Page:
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Drowning in garbage

Bad scores for Lebanon: in debt, and plummets in health and education

Joseph Eid .  Wednesday 28 September 2016

Beirut — “Good morning! I’m an AFP photographer. Would it be alright to use your roof to take pictures of the garbage mountain in front of your building?”

“Welcome, welcome my dear, come in. Would you like some coffee? I can give you a full interview if you want. Will your pictures show how bad the smell is?”

Since Lebanon’s trash crisis began last July, I have asked this question dozens — perhaps hundreds — of times. I am greeted with the same enthusiasm each time, with residents eagerly ushering me onto their rooftops or near their windows to snap pictures of the piles of rubbish lining Lebanon’s roads.

Andrew Bossone shared this link. September 30 at 7:07am ·

“Everyone I’ve spoken to in my work as an AFP photographer and in my daily life as a Lebanese citizen has given up. They have surrendered entirely to the idea that the ongoing garbage crisis exemplifies what is wrong with Lebanon: A political class that has no interest in serving the public.

This political class, Lebanese people say, has intentionally manufactured or at least prolonged a crisis because it has yet been Unable to agree on how to “divide up the cake.””

After several rounds of government deals on the issue, we thought the waste crisis had been brought under control. But over the past month, piles of garbage have once again invaded our streets and neighbourhoods, from Lebanon’s rocky mountains to the capital’s busy streets.

My 40 kilometre commute to work takes me from the beautiful coastal town of Byblos along the seaside highway to Beirut. Day by day, as I drive this route, I notice garbage accumulate along both sides of the highway, near exit roads that lead into residential neighbourhoods, and under huge concrete bridges.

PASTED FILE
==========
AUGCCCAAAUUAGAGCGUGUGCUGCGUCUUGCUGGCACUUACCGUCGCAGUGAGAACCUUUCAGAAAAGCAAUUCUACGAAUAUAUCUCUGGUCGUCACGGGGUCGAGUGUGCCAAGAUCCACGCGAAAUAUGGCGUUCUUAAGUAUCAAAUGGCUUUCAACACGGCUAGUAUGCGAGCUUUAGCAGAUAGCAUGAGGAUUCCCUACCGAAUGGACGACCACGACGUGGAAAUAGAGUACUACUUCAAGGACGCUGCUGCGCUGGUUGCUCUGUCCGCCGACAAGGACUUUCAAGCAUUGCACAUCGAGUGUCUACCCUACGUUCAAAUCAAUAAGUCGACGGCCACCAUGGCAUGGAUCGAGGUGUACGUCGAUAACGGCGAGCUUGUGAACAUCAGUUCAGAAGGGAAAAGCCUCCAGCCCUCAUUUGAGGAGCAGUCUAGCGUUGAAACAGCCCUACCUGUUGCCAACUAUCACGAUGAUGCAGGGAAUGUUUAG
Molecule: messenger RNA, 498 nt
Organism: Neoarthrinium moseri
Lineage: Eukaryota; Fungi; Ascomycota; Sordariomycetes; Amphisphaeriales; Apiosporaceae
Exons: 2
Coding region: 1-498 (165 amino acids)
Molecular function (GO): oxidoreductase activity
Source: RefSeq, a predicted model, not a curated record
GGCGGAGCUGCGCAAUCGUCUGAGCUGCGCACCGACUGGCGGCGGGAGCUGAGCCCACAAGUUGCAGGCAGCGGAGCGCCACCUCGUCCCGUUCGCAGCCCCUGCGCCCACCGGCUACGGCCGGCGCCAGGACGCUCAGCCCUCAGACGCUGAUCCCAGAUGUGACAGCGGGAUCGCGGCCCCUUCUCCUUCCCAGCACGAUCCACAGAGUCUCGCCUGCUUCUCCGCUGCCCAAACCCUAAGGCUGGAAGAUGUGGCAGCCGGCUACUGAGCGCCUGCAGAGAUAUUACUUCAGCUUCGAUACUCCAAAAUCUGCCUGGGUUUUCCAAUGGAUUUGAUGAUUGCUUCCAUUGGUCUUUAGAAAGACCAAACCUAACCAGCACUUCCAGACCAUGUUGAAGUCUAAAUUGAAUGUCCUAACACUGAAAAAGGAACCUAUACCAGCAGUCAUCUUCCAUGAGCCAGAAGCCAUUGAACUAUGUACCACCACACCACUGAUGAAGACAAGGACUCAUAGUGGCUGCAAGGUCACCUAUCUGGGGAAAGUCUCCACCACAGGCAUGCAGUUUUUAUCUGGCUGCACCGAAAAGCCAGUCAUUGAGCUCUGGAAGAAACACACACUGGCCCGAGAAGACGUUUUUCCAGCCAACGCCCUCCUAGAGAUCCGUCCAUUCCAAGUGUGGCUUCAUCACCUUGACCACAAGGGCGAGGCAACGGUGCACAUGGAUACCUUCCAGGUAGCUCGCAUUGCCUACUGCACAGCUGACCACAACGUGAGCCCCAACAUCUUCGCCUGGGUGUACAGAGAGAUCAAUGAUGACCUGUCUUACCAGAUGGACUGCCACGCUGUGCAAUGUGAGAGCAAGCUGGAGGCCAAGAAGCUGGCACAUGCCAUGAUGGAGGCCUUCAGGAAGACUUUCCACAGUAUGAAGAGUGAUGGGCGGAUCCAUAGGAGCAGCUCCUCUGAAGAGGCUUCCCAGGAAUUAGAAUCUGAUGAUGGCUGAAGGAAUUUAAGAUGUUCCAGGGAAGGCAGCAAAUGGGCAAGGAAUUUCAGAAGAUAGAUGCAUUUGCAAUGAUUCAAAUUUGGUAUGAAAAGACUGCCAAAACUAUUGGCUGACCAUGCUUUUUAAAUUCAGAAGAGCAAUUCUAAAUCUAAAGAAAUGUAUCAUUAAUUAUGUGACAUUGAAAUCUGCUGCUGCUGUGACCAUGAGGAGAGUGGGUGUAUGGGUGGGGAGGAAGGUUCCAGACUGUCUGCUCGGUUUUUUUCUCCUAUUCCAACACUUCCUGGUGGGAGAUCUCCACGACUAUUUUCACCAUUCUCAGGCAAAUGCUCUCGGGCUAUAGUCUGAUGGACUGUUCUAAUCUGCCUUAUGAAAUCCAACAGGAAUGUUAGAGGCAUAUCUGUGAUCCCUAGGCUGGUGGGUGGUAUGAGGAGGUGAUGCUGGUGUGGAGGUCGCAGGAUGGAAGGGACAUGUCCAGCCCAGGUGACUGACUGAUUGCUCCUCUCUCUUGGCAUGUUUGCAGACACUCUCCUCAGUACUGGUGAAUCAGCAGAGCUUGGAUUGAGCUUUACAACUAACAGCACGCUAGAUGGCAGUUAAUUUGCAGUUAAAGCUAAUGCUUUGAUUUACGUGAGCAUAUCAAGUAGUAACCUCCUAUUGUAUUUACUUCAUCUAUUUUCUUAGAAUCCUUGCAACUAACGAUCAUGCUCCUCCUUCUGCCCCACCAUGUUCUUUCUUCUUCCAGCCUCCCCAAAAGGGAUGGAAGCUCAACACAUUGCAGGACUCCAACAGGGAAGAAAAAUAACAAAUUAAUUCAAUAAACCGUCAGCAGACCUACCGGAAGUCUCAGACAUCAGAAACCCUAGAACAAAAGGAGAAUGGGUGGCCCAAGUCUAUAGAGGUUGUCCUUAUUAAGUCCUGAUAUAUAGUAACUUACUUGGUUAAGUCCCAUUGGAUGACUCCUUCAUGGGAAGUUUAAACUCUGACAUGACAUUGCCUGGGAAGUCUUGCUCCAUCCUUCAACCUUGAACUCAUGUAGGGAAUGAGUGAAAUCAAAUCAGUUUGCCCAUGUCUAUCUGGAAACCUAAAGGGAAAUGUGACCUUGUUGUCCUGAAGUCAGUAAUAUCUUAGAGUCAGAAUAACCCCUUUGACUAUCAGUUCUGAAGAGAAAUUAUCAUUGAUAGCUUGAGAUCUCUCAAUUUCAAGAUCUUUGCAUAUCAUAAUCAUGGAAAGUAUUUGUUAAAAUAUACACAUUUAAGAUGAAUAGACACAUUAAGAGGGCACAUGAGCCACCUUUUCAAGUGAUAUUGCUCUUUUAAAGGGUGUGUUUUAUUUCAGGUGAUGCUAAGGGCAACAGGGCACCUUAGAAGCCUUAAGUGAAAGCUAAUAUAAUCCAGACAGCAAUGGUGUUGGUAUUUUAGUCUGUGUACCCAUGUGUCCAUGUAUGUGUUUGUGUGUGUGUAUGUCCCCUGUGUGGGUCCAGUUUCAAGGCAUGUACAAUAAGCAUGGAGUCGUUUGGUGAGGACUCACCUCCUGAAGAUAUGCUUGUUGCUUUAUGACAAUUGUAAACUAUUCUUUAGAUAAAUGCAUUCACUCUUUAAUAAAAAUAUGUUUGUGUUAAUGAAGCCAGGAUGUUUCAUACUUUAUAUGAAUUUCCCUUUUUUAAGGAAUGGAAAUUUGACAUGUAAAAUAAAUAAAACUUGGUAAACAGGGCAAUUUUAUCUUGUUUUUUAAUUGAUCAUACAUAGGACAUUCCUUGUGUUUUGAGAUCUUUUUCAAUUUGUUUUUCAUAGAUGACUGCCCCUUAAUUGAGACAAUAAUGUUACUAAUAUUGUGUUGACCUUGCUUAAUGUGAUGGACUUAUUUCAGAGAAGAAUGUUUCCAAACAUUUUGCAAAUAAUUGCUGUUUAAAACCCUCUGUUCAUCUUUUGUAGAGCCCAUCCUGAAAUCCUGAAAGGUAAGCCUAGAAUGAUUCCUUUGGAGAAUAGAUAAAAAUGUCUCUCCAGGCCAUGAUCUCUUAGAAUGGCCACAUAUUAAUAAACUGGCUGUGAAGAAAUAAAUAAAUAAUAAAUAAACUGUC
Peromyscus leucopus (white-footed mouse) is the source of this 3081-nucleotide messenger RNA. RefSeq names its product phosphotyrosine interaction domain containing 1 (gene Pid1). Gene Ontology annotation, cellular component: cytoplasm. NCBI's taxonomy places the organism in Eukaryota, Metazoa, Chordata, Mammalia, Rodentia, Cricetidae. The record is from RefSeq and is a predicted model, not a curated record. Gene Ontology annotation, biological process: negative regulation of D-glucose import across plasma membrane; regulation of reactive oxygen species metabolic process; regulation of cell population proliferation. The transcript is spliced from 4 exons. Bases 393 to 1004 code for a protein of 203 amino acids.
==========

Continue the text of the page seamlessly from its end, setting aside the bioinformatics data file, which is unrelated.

While driving to Beirut one morning, I noticed a giant cloud of smoke several kilometres away. I veered off the road to track down where it was coming from.

It was a massive construction pit filled to the brim with flaming rubbish. I immediately began snapping photos, as two firefighters emerged from the smoke, calling for backup as they had run out of water to extinguish the fire.

It looked like a disaster movie — except that joggers and people walking their pets just strolled by, completely unfazed by the gruesome scene unfolding before them.

It seemed surreal — are they drugged? I thought. More likely, the situation has become so commonplace that they’ve become numb to the heaps of trash around them.

The following day, I saw a river of garbage — bags piled up on a bridge that serves as one of the main thoroughfares into Beirut. The only way to capture a telling picture would be from an elevated position, so I began making the rounds in nearby buildings to find a suitable lookout point.